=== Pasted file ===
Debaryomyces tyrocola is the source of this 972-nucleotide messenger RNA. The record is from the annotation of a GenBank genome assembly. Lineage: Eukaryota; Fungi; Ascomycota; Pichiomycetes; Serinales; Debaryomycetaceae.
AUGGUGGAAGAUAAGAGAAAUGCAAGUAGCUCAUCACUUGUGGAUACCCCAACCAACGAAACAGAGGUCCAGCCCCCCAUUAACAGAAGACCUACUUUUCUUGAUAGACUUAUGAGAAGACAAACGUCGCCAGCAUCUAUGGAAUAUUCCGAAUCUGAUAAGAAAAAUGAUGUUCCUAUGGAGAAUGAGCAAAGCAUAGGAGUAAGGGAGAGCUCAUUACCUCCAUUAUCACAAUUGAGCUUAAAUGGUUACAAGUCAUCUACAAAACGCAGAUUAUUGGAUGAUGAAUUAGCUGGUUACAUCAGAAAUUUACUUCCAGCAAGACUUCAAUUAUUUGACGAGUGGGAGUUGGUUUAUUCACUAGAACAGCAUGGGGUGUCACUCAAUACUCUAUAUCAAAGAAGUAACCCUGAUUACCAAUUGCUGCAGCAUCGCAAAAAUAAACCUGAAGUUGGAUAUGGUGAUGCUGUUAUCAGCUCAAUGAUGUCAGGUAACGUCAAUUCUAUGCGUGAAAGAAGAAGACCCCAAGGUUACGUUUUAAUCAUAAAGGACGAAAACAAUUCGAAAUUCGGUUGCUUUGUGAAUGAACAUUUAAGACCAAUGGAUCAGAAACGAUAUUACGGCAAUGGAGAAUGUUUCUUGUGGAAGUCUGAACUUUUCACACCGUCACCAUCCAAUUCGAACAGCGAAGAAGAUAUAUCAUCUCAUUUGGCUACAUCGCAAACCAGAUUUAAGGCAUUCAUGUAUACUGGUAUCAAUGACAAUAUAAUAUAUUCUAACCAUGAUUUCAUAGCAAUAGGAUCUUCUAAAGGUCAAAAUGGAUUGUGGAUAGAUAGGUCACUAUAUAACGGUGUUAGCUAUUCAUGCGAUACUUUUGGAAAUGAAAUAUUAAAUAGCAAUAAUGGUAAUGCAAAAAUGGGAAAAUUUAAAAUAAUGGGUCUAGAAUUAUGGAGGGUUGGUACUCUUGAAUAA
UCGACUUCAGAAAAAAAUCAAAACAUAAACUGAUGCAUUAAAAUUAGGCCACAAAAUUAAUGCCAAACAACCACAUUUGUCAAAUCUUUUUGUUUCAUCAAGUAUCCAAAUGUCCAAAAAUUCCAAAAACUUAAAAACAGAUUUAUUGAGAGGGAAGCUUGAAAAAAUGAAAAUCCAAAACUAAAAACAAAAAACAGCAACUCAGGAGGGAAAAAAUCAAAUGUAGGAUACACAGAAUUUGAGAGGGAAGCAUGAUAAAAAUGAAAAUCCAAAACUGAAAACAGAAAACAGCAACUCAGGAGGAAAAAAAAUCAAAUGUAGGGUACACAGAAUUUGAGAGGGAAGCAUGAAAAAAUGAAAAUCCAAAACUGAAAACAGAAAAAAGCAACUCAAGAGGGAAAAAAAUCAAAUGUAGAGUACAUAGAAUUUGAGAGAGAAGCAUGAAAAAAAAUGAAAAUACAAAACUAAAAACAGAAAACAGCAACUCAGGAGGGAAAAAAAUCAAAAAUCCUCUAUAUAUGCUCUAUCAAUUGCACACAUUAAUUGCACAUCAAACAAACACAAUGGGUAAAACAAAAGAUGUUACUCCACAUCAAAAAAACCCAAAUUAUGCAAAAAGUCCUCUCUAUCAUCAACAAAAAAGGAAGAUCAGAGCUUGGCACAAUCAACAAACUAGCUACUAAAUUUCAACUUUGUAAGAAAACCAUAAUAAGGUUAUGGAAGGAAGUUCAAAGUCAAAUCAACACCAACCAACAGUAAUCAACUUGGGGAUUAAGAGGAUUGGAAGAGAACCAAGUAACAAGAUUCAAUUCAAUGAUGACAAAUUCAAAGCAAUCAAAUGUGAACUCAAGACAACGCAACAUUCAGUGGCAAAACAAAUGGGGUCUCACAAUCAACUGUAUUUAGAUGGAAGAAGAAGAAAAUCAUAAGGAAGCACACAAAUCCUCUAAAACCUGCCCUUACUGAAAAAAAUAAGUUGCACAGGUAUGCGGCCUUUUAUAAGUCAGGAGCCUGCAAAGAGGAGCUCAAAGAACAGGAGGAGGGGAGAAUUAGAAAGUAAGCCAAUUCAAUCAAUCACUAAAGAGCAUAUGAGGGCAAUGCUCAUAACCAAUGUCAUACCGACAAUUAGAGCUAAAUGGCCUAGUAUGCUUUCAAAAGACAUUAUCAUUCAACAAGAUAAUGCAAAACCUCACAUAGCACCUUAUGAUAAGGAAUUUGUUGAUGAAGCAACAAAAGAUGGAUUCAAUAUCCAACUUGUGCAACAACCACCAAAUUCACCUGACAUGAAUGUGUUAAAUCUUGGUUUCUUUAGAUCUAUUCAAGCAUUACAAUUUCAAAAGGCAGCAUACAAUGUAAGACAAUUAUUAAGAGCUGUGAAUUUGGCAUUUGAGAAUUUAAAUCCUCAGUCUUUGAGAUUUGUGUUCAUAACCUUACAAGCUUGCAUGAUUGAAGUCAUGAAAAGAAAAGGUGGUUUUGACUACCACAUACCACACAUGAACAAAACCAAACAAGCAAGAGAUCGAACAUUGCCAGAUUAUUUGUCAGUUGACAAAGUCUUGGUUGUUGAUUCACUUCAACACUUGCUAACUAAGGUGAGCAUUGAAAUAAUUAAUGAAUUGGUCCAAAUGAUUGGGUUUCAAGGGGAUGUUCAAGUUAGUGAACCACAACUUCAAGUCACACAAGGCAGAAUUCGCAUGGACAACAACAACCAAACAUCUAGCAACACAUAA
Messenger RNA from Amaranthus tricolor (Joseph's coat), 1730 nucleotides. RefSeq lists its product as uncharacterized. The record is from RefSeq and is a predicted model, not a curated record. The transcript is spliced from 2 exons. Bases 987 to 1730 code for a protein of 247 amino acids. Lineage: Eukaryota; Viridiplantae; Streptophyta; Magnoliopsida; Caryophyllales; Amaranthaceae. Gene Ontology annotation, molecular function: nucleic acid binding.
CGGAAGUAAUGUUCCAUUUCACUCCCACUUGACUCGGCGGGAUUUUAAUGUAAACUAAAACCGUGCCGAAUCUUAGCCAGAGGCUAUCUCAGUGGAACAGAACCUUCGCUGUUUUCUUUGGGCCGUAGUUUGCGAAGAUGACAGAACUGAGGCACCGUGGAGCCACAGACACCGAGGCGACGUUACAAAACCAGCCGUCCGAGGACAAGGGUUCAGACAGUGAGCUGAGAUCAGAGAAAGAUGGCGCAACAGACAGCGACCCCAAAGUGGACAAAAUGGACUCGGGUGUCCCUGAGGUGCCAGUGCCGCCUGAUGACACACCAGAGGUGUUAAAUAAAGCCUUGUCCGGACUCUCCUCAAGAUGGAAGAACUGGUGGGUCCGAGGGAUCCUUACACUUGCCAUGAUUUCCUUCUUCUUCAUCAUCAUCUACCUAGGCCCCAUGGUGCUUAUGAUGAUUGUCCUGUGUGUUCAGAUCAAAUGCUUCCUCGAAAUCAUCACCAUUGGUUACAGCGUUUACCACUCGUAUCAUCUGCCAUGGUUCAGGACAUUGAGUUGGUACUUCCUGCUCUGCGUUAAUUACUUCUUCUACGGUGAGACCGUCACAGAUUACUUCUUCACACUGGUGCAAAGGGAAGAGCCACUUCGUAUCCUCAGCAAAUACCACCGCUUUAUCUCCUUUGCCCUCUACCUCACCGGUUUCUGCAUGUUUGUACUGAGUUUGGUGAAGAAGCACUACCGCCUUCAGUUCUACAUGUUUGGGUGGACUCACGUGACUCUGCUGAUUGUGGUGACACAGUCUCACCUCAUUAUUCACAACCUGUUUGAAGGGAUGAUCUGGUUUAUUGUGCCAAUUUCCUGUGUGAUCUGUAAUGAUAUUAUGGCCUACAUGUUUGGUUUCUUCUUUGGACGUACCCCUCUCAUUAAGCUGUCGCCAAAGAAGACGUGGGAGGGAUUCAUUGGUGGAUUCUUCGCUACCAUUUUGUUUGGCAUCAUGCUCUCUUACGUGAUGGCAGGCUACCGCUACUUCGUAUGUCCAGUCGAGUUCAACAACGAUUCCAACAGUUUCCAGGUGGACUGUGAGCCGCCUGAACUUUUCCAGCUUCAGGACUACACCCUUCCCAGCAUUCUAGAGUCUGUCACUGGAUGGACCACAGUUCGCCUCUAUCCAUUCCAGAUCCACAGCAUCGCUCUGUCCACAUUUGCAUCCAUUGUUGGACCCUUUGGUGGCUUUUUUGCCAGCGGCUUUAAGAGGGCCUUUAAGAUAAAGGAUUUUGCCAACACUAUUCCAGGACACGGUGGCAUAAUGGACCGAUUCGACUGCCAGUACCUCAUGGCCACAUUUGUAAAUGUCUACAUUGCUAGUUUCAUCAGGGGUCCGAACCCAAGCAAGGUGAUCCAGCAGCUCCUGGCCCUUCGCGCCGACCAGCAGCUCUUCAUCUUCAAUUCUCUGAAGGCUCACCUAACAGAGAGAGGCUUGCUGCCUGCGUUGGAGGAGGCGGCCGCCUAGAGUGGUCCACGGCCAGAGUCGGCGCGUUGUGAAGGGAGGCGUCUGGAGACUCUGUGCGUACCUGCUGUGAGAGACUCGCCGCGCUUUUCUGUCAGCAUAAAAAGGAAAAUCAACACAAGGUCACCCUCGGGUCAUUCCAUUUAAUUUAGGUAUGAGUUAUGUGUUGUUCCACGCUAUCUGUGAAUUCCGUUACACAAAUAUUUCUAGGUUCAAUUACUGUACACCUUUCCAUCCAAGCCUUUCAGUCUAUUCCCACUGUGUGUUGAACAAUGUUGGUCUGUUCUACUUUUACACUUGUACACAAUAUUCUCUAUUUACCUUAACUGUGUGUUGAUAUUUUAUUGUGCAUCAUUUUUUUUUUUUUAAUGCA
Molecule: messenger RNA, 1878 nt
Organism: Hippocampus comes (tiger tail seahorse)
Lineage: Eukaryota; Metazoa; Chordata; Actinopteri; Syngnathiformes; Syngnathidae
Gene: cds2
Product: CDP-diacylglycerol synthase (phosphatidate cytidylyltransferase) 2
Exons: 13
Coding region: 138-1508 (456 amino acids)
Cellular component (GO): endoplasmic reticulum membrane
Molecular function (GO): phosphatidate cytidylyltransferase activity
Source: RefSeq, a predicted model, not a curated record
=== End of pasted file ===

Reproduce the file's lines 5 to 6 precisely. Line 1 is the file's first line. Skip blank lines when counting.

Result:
CGGAAGUAAUGUUCCAUUUCACUCCCACUUGACUCGGCGGGAUUUUAAUGUAAACUAAAACCGUGCCGAAUCUUAGCCAGAGGCUAUCUCAGUGGAACAGAACCUUCGCUGUUUUCUUUGGGCCGUAGUUUGCGAAGAUGACAGAACUGAGGCACCGUGGAGCCACAGACACCGAGGCGACGUUACAAAACCAGCCGUCCGAGGACAAGGGUUCAGACAGUGAGCUGAGAUCAGAGAAAGAUGGCGCAACAGACAGCGACCCCAAAGUGGACAAAAUGGACUCGGGUGUCCCUGAGGUGCCAGUGCCGCCUGAUGACACACCAGAGGUGUUAAAUAAAGCCUUGUCCGGACUCUCCUCAAGAUGGAAGAACUGGUGGGUCCGAGGGAUCCUUACACUUGCCAUGAUUUCCUUCUUCUUCAUCAUCAUCUACCUAGGCCCCAUGGUGCUUAUGAUGAUUGUCCUGUGUGUUCAGAUCAAAUGCUUCCUCGAAAUCAUCACCAUUGGUUACAGCGUUUACCACUCGUAUCAUCUGCCAUGGUUCAGGACAUUGAGUUGGUACUUCCUGCUCUGCGUUAAUUACUUCUUCUACGGUGAGACCGUCACAGAUUACUUCUUCACACUGGUGCAAAGGGAAGAGCCACUUCGUAUCCUCAGCAAAUACCACCGCUUUAUCUCCUUUGCCCUCUACCUCACCGGUUUCUGCAUGUUUGUACUGAGUUUGGUGAAGAAGCACUACCGCCUUCAGUUCUACAUGUUUGGGUGGACUCACGUGACUCUGCUGAUUGUGGUGACACAGUCUCACCUCAUUAUUCACAACCUGUUUGAAGGGAUGAUCUGGUUUAUUGUGCCAAUUUCCUGUGUGAUCUGUAAUGAUAUUAUGGCCUACAUGUUUGGUUUCUUCUUUGGACGUACCCCUCUCAUUAAGCUGUCGCCAAAGAAGACGUGGGAGGGAUUCAUUGGUGGAUUCUUCGCUACCAUUUUGUUUGGCAUCAUGCUCUCUUACGUGAUGGCAGGCUACCGCUACUUCGUAUGUCCAGUCGAGUUCAACAACGAUUCCAACAGUUUCCAGGUGGACUGUGAGCCGCCUGAACUUUUCCAGCUUCAGGACUACACCCUUCCCAGCAUUCUAGAGUCUGUCACUGGAUGGACCACAGUUCGCCUCUAUCCAUUCCAGAUCCACAGCAUCGCUCUGUCCACAUUUGCAUCCAUUGUUGGACCCUUUGGUGGCUUUUUUGCCAGCGGCUUUAAGAGGGCCUUUAAGAUAAAGGAUUUUGCCAACACUAUUCCAGGACACGGUGGCAUAAUGGACCGAUUCGACUGCCAGUACCUCAUGGCCACAUUUGUAAAUGUCUACAUUGCUAGUUUCAUCAGGGGUCCGAACCCAAGCAAGGUGAUCCAGCAGCUCCUGGCCCUUCGCGCCGACCAGCAGCUCUUCAUCUUCAAUUCUCUGAAGGCUCACCUAACAGAGAGAGGCUUGCUGCCUGCGUUGGAGGAGGCGGCCGCCUAGAGUGGUCCACGGCCAGAGUCGGCGCGUUGUGAAGGGAGGCGUCUGGAGACUCUGUGCGUACCUGCUGUGAGAGACUCGCCGCGCUUUUCUGUCAGCAUAAAAAGGAAAAUCAACACAAGGUCACCCUCGGGUCAUUCCAUUUAAUUUAGGUAUGAGUUAUGUGUUGUUCCACGCUAUCUGUGAAUUCCGUUACACAAAUAUUUCUAGGUUCAAUUACUGUACACCUUUCCAUCCAAGCCUUUCAGUCUAUUCCCACUGUGUGUUGAACAAUGUUGGUCUGUUCUACUUUUACACUUGUACACAAUAUUCUCUAUUUACCUUAACUGUGUGUUGAUAUUUUAUUGUGCAUCAUUUUUUUUUUUUUAAUGCA
Molecule: messenger RNA, 1878 nt